True, there are no lines drawn around these areas, and there exists buffers, DMZ if you will, between each where all are welcome. You only have to walk through the Commons to see the rich ethnic diversity of Boston. Still, though, there is that like to like, and suspicion of difference.

(You would think that the online world is different in this regard because we are color blind to each other unless we choose to expose that aspect of ourselves. However, one only has to remember all the fuss and focus on Oliver Willis, the lone black at Bloggercon to realize that hidden from view does not equate to solution arrived at and time to break out the bubbly and congrat ourselves on achieving diversity.)

St. Louis is actually split about equally between black and white and I would have expected to see more diversity among the neighborhoods, but I don’t. In my current neighborhood there are some blacks, but not many. In other parts of the city that I’ve gone to walk, near the Mississippi river, I’ve been the only white among the blacks. I stopped these walks, though, not because I didn’t like the areas or because I felt threatened. On the contrary, I stopped because I felt I was intruding, a danger to the neighborhoods of the worst kind – a lone white woman walking about in a largely black neighborhood. The feel of people trying to be extraordinarily careful around me was oppressive.

Of course, when you read the email sent to the Arch Pundit from a good citizen of the community, or read my story about the confederate flag being proudly flown, we can see why the blacks reacted as they did to my presence – I was in effect, one of the hawks.



Change begins at home

The effects of my gender posts recently are starting to thread their way around, slowly but slow change is usually the most lasting change.

Julia Lerman posts on an article with the deplorable title “Why can’t women keep up with men in high tech”. Julia writes:

t’s more like this – most agree that in our programming world – at work, user groups, etc, there are about 10% women. Go to PDC or TechEd and that percentage of women drops to about 5-7%. Then look at the top layer of our own (conference speakers, authors, etc and that percentage drops to maybe 1-2%. Those are the numbers that are driving the question. Why aren’t there also 10% up there?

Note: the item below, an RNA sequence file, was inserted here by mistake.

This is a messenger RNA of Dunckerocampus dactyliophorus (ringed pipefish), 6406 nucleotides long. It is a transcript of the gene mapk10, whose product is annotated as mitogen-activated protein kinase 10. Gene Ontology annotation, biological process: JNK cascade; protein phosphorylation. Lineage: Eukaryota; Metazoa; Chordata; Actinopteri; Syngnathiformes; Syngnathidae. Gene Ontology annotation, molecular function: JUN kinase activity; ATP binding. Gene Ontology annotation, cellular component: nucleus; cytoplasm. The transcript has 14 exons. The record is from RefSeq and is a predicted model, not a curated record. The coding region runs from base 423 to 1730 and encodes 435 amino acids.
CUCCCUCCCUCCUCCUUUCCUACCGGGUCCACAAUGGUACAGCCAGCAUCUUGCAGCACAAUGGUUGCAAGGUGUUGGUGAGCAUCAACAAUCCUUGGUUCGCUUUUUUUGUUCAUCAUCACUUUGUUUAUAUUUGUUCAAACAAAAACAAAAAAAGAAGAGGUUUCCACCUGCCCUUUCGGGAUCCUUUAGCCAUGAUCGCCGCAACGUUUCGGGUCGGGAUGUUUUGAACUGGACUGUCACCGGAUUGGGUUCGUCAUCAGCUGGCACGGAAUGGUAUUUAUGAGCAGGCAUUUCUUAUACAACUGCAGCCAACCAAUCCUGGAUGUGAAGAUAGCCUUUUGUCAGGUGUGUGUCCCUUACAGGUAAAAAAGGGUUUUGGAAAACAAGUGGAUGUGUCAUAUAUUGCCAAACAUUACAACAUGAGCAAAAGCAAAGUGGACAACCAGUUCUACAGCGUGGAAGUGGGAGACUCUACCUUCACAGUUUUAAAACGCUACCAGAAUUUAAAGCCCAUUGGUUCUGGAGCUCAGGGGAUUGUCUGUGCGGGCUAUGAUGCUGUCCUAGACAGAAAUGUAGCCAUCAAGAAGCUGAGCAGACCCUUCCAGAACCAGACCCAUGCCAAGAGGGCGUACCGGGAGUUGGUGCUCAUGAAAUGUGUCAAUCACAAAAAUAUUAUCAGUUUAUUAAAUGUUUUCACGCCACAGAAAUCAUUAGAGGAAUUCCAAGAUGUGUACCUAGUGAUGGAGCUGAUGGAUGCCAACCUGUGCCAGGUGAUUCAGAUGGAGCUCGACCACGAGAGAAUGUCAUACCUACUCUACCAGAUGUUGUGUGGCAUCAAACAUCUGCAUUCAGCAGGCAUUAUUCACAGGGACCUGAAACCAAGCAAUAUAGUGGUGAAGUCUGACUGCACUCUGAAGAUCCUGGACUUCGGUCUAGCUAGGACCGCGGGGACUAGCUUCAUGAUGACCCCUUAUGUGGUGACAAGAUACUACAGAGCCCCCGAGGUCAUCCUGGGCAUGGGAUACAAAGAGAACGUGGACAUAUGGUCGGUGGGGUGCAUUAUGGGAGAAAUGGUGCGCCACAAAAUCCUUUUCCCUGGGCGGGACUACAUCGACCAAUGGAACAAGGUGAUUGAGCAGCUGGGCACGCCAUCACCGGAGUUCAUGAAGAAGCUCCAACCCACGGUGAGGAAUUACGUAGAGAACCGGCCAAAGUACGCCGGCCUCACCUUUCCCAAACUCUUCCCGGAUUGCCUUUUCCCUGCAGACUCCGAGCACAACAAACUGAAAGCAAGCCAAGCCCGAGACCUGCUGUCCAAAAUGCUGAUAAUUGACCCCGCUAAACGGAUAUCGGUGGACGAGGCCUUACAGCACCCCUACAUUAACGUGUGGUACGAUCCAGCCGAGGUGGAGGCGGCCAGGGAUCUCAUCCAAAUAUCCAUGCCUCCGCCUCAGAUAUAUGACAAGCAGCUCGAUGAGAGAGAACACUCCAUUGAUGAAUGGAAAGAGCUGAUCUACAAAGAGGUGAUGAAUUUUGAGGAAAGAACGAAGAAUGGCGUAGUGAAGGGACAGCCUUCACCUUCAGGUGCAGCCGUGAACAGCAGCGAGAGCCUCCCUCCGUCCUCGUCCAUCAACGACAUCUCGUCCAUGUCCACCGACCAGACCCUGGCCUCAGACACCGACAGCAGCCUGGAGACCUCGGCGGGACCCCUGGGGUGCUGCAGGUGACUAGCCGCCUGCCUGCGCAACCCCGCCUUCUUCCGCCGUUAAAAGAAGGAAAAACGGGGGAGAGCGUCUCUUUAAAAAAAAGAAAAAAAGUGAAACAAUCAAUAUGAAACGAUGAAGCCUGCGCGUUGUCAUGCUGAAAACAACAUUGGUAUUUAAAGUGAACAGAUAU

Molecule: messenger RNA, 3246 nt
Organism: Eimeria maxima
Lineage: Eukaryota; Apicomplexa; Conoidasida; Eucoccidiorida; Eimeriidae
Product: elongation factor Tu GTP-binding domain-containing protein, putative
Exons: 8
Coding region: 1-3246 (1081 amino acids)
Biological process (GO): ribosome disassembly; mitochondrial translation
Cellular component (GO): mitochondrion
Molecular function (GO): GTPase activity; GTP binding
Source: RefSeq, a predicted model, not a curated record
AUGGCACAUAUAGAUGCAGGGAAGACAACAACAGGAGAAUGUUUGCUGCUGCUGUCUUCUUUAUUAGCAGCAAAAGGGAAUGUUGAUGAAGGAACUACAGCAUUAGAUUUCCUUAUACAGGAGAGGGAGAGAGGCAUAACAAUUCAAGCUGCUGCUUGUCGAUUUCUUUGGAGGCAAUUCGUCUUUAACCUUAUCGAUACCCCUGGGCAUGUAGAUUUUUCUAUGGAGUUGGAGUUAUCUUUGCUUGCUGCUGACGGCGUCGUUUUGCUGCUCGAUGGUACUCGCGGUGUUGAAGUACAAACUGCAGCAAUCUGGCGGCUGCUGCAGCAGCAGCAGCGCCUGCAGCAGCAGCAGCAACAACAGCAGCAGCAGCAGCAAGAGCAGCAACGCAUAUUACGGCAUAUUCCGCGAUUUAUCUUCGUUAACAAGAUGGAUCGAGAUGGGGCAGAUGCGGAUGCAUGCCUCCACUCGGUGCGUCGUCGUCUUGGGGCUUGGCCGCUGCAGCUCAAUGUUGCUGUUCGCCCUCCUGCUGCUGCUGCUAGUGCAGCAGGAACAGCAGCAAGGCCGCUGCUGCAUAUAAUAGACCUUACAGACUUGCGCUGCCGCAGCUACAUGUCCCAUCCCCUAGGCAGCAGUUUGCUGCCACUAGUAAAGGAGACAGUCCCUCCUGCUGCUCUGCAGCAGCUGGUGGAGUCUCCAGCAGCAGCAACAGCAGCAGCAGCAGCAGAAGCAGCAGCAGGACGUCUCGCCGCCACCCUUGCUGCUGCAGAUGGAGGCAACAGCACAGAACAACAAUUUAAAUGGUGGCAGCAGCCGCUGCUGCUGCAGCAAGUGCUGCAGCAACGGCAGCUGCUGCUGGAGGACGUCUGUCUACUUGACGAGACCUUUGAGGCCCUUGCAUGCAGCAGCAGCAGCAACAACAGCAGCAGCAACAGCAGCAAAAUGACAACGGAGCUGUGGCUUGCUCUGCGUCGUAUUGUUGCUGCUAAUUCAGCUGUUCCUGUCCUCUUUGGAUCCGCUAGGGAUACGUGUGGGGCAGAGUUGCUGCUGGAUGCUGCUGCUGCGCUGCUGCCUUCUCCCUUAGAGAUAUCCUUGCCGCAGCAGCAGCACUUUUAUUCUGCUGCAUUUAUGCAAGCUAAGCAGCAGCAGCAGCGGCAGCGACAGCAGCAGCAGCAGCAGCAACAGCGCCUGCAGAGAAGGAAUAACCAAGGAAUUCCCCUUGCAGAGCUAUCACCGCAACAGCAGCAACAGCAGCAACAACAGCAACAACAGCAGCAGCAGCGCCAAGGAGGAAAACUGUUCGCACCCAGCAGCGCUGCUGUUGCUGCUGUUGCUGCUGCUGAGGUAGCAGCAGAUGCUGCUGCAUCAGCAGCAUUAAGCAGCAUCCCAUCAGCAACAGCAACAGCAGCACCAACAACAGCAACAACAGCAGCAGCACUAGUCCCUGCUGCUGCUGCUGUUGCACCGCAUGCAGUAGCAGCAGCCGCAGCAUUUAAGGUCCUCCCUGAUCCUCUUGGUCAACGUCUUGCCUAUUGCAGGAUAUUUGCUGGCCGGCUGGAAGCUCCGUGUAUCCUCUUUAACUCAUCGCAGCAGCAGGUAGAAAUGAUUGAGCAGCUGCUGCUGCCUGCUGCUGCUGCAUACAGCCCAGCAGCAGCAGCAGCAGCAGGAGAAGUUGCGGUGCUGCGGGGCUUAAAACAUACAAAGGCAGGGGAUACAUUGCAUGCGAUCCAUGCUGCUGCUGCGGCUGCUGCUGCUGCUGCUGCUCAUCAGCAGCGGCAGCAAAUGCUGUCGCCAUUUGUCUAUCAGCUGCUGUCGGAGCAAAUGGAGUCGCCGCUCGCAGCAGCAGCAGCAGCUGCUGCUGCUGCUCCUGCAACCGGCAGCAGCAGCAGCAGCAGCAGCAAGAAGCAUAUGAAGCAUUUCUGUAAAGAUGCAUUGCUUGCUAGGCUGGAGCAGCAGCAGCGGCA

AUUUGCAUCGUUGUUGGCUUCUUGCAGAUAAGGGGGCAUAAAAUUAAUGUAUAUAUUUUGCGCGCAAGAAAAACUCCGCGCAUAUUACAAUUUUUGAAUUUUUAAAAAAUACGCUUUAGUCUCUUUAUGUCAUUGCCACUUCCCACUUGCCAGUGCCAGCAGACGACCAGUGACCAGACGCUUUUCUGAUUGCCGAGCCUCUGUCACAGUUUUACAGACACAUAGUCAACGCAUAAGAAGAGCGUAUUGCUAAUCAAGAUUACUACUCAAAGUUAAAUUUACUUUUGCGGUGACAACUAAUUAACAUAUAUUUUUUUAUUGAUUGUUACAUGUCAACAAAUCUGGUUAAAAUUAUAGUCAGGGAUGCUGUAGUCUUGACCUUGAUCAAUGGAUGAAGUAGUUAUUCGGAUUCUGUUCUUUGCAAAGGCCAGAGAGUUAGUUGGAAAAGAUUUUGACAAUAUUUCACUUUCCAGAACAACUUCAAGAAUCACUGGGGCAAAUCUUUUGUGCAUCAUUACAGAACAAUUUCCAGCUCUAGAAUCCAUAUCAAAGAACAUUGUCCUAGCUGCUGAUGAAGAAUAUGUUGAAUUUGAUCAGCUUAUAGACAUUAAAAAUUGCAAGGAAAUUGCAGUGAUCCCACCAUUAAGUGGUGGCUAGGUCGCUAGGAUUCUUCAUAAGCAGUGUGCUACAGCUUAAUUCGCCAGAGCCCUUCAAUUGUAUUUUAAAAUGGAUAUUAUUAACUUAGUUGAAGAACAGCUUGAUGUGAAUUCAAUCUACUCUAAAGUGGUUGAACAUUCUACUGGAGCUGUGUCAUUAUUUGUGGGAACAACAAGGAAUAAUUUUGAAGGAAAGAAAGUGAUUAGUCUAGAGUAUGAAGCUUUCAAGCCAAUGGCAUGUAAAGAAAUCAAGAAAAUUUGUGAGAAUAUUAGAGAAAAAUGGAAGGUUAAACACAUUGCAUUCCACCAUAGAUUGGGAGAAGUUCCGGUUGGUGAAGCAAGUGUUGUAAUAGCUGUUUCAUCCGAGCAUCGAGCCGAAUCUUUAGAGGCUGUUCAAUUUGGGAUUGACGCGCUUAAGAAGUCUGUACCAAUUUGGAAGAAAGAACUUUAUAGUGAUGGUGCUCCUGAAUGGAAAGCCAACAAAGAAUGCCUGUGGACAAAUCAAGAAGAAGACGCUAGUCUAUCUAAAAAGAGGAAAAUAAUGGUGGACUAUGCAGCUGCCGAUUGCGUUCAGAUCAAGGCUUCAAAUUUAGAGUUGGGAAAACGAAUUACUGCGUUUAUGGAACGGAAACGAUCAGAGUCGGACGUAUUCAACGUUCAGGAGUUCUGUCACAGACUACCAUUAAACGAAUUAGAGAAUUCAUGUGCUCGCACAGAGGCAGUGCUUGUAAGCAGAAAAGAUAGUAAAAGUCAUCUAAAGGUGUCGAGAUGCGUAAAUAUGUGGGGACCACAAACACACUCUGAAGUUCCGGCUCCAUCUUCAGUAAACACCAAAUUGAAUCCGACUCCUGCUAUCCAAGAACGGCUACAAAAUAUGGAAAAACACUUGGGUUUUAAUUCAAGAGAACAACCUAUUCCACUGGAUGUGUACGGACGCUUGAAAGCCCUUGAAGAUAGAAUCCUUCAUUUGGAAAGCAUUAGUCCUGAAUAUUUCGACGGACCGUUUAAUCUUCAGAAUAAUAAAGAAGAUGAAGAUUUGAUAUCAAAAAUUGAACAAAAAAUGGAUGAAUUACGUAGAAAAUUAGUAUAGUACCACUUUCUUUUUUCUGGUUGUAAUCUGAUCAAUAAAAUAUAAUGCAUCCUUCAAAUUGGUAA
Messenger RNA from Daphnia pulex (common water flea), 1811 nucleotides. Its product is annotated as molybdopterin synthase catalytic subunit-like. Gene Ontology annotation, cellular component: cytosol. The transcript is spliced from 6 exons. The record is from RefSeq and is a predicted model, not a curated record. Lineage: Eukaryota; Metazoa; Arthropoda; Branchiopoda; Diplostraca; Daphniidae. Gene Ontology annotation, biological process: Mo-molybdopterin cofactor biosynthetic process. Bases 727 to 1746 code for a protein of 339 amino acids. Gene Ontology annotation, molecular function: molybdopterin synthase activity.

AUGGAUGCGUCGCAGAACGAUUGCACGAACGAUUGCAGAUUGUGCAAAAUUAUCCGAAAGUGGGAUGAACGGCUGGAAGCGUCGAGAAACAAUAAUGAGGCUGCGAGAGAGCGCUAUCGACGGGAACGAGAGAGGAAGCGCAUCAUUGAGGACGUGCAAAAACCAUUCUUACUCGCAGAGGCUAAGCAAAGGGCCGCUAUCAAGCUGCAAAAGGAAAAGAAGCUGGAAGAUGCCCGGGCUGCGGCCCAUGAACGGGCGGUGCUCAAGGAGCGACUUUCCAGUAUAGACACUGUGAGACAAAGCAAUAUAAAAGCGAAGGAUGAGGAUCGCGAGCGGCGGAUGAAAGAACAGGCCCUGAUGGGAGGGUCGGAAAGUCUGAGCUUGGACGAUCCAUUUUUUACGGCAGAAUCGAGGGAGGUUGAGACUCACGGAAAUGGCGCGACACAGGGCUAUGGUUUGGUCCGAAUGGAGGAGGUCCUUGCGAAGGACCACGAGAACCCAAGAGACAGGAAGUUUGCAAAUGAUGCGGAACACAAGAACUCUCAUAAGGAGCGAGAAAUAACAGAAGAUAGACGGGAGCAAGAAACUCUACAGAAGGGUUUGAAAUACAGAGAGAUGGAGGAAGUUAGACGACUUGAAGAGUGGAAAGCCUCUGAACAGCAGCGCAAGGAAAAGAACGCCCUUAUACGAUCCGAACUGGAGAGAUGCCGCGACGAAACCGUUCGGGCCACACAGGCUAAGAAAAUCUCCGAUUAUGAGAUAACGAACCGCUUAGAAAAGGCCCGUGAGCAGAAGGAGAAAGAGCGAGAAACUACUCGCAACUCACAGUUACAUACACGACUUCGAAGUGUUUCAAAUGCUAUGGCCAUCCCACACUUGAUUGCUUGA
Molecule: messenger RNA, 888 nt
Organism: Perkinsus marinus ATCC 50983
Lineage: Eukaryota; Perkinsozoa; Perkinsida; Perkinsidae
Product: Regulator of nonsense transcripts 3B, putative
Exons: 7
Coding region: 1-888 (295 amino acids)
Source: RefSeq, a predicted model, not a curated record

I checked the speakers list at ApacheCon being attended by so many faces we know and know and know. Of the 50+ speakers, two are women. Just two. There were a couple of photos of of guys with long hair that got my hopes up a bit, but it was a false alarm. However, I wasn’t surprised by this – women have traditionally steered clear of open source technology.

I also had a long and terrific email from a relatively new blogger, Ingrid Jones, who blogs at blogspot under the name, Me and Ophelia. Ingrid pointed out to me a London Times article about the use of rape as a weapon in the Bosnian war:

A week ago this newspaper carried a harrowing account of the children born to the tens of thousands of Bosnian women who were subject to what the United Nations later described as mass genocidal rape by their mainly Serbian captors. The report, in the Magazine, recounted how these women, perhaps numbering as many as 50,000, were held prisoner for months and raped repeatedly, often several times a day. Most, unsurprisingly, suffered permanent psychological scars. When children resulted from these brutal and unholy unions, most were abandoned at birth. They are the permanent legacy of a bloody and vicious civil war. Those guilty of these appalling war crimes, meanwhile, have gone unpunished. Today, some even hold public office.

Unfortunately, the article is behind a paid subscription wall. Does anyone have access to the material for Christine Toomey’s article A Cradle of Humanity that isn’t behind a paywall?

Update: Ingrid sent me a copy of the article in an email, of which I pulled the following excerpt: